In the past two weeks, four states in the U.S. have passed bills that require schools to stock epinephrine auto-injectors (like the EpiPen) in case students suffering from food or other allergies go into shock.
The states – Nevada, Florida, Tennessee and Oklahoma – are the latest of about 20 which have passed food allergy-related legislation. More states are considering similar measures. The first state to require it was Illinois in 2011, followed by Virginia after children there died from food allergy reactions.
The food allergy organization FARE has backed these state-level pushes for guidelines and epinephrine stocking at schools.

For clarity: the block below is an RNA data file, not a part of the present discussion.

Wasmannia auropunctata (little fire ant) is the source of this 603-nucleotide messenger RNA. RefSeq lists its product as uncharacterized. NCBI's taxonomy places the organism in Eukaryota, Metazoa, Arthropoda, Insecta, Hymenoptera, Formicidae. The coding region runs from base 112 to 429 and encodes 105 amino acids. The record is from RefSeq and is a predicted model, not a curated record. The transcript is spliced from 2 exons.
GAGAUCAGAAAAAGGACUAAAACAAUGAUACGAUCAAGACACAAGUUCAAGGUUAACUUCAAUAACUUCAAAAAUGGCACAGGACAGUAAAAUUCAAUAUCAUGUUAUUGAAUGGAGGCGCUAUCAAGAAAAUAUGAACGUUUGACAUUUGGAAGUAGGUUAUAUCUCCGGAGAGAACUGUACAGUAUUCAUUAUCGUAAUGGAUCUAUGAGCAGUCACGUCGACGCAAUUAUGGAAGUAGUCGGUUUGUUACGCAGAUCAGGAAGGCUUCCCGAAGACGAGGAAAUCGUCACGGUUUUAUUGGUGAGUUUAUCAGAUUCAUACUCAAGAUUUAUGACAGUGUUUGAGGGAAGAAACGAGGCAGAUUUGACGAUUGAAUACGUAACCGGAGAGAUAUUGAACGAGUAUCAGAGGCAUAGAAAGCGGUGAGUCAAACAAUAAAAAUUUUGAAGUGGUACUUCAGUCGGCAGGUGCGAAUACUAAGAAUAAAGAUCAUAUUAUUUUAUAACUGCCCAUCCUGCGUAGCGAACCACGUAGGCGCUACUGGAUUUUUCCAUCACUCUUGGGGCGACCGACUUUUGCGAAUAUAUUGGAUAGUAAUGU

Many pediatricians and doctors recommend that children with severe food allergies carry an EpiPen on their person and that parents inform teachers and school staff so that the pen can be used if the child is unable to do so. The "stock" requirement would give the school a backup or a second dose should the reaction be more severe than expected.